What I do recommend is to read it again later, a few months or maybe years, and after that reading wait some time and repeat. You may find that the stories in Dubliners become different each time you read it (and that's what's great about the book).
>>6345309 >Araby Here the protag is mostly "misleading" himself. Think about his infatuation with the girl he has barely ever spoken to, note the line with him in the closet and the metaphor of him carrying the chalice.
>An Encounter I like the read of >>6345365. I would add that the collection-wide motif of "paralysis" is advanced by your reading. The perceived wonder of the world outside of school and outside of childhood (i.e. growing up) is diminished, where else for the schoolboys to go?
>>6345407 >After the Race This is an allegory. Think of the nationalities of all of the characters and the historical context. Joyce paints a pretty awful picture of his homeland throughout--a big question for me is whether "The Dead" is meant to be a redemption or just the cherry on top of the shit sundae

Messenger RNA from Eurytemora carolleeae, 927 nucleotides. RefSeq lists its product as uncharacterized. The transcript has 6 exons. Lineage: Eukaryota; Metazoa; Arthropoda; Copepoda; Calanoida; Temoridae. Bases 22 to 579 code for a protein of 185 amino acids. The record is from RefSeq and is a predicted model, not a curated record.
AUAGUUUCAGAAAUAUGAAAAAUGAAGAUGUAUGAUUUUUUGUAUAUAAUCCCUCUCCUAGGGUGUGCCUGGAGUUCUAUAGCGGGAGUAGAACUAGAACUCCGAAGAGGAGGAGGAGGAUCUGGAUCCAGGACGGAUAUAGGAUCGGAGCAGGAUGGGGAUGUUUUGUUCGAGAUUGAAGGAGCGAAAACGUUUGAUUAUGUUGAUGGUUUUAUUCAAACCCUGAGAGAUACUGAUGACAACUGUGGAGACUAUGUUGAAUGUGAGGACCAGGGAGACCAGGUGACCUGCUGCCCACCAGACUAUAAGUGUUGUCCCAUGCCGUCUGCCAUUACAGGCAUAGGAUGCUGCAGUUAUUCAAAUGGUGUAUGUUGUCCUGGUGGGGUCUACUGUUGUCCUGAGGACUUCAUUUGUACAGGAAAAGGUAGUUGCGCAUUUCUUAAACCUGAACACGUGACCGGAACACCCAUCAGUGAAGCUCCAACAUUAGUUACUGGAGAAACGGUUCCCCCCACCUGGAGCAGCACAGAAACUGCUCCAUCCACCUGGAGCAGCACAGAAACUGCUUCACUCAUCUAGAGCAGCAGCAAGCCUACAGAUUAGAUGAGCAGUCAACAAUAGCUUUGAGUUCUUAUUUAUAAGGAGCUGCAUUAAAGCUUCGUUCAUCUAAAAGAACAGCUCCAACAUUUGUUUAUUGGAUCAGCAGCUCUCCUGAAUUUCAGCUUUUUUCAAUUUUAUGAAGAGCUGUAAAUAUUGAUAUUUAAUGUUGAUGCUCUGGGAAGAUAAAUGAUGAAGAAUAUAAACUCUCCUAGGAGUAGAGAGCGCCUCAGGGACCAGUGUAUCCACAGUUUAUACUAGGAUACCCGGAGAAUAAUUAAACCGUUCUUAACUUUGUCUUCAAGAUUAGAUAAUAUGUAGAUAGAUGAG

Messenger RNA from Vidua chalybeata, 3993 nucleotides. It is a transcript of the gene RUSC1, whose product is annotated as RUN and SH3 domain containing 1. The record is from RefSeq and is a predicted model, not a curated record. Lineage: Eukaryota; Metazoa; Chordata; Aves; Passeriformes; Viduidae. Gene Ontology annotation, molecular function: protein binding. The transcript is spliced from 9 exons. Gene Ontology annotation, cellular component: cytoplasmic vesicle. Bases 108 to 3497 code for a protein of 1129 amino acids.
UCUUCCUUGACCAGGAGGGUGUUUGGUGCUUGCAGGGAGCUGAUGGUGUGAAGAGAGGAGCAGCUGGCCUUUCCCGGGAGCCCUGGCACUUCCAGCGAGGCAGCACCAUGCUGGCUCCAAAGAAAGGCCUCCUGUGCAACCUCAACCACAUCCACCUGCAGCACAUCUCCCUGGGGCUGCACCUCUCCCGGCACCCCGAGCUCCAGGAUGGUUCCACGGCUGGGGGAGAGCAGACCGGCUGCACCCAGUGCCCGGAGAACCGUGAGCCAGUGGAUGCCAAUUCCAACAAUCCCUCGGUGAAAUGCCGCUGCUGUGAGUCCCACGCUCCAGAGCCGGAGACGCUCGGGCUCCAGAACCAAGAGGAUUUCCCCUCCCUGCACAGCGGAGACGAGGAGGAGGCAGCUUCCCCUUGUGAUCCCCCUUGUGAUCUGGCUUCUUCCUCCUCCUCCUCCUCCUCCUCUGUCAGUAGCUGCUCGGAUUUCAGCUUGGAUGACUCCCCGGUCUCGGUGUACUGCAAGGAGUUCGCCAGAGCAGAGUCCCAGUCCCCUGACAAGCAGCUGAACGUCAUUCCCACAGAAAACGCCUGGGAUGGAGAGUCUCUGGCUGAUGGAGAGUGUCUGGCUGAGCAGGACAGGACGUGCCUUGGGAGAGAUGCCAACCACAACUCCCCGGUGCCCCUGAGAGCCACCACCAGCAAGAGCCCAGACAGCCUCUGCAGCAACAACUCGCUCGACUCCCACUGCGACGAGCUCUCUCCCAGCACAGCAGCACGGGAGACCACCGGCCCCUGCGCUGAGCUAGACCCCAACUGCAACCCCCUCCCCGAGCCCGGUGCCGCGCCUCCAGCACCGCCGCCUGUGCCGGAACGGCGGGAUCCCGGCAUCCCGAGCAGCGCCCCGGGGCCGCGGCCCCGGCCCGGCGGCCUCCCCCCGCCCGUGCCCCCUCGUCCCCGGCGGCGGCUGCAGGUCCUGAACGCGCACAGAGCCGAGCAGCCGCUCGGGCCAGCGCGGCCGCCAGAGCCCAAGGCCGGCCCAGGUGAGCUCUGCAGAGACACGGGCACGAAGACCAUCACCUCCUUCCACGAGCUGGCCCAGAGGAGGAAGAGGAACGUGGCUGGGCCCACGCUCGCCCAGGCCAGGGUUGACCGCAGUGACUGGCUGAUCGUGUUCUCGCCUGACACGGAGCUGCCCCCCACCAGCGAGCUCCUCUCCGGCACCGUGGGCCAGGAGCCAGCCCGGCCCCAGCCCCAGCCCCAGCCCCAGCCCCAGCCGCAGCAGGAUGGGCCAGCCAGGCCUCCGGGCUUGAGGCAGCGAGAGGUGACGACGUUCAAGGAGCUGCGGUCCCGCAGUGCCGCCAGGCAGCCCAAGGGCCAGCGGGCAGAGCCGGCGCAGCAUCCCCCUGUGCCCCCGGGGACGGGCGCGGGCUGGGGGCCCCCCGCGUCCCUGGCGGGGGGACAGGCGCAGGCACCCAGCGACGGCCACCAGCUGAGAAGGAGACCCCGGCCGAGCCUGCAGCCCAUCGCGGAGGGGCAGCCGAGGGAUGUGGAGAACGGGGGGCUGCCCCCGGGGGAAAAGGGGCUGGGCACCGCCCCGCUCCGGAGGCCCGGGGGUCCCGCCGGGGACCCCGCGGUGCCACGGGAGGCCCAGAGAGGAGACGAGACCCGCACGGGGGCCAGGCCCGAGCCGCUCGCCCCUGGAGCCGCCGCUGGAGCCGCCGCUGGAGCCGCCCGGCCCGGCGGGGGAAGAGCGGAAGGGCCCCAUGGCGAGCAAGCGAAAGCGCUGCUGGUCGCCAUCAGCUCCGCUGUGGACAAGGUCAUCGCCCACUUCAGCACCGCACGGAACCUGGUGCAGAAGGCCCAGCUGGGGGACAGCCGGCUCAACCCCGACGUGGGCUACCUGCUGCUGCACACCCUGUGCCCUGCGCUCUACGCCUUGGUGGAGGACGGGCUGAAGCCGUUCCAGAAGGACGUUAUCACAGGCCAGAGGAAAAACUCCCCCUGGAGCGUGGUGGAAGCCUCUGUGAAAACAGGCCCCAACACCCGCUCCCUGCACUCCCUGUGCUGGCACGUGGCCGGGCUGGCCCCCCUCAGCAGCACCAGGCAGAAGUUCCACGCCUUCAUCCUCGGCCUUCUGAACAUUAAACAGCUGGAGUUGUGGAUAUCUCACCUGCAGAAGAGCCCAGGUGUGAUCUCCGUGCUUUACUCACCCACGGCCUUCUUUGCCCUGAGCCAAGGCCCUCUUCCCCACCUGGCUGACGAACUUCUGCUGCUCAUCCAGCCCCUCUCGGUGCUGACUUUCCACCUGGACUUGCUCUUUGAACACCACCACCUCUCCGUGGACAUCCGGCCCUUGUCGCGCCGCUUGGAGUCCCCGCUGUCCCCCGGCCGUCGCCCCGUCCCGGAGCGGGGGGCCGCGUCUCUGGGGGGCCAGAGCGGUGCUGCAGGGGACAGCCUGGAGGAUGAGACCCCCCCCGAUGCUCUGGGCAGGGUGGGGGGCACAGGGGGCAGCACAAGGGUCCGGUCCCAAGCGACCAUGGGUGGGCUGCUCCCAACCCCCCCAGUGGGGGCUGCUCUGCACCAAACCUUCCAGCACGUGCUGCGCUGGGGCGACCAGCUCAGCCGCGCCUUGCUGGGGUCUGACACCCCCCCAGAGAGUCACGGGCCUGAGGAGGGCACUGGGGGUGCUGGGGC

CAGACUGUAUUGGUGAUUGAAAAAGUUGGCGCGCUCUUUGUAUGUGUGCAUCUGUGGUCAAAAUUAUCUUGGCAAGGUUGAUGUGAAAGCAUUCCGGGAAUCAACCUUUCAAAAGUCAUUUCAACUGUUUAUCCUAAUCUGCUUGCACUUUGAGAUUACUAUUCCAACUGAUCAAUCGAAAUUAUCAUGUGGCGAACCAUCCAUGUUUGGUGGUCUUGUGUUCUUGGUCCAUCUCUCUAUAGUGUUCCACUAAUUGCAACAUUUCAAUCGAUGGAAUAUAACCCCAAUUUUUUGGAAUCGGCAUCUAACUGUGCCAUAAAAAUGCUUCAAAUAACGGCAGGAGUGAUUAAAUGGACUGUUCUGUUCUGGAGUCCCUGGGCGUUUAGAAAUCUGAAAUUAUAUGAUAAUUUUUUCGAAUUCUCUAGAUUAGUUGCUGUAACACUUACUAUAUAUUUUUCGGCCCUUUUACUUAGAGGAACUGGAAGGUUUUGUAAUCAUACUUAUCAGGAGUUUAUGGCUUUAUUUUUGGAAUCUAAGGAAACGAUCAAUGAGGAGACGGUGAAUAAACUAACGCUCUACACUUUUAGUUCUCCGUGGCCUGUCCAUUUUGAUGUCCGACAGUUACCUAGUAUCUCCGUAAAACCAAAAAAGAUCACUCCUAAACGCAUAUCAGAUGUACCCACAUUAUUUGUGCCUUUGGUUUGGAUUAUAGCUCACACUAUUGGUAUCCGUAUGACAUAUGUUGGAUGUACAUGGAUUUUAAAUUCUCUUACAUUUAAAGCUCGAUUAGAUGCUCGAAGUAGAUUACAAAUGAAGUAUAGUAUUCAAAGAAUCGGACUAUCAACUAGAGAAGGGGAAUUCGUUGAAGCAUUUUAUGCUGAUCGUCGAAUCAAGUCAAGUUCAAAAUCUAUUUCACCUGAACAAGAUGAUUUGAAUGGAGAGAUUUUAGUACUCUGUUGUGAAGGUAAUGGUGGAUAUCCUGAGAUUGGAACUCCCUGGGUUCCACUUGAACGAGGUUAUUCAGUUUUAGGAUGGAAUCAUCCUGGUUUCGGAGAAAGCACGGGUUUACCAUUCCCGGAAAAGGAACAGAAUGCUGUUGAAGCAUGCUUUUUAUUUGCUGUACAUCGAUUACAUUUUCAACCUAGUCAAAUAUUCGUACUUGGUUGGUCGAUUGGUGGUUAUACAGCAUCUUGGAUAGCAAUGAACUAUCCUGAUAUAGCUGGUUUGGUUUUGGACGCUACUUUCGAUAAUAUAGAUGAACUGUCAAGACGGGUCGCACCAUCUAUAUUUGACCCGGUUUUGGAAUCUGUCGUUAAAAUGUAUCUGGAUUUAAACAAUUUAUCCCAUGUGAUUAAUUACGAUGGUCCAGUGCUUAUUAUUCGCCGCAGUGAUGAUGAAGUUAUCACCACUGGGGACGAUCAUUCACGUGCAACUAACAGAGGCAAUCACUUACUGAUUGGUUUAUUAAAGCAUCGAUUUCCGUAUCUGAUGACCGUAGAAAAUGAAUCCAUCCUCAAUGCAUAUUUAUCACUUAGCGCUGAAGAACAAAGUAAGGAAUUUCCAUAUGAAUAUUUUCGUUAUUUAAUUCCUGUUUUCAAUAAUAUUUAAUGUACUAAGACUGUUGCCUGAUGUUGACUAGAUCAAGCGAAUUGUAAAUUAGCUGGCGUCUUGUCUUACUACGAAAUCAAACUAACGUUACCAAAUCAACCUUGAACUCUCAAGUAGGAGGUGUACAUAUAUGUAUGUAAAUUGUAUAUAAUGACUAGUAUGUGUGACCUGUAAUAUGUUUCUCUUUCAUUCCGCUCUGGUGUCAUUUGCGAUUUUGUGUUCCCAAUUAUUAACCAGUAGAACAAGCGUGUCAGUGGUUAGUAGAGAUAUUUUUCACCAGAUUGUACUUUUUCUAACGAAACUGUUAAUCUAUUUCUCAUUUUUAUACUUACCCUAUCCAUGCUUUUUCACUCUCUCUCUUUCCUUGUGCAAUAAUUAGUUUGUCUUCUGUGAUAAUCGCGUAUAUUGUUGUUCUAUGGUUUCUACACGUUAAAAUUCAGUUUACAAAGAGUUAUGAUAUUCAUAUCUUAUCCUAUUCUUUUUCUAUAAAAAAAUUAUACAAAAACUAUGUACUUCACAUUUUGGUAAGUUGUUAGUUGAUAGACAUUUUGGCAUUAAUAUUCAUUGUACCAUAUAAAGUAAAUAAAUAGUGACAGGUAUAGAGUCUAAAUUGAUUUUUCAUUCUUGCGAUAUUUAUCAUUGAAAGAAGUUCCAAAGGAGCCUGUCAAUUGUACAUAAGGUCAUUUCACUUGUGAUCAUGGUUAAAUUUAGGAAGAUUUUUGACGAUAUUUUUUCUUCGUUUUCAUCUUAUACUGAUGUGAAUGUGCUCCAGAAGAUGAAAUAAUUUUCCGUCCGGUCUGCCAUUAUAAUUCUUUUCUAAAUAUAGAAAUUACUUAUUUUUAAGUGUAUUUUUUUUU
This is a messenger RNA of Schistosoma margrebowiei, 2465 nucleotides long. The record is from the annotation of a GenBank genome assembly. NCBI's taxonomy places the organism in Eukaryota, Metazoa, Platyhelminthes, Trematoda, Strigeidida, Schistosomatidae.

>>6345473 I've been in Istanbul and Izmir, it was first world. Then I went to smaller towns around Cappadocia, mainly Ürgut, and it was the same as small towns in any first world country. Again, if you think that's 3th world what would Thailand, Yemen, Colombia or Slovenia be?
Been to and lived in are two very different things. I was born in Istanbul and I still live here. The country may *look* like first world but by all means, it is not. Visiting tourist areas and whizzing by slums is not knowing a city.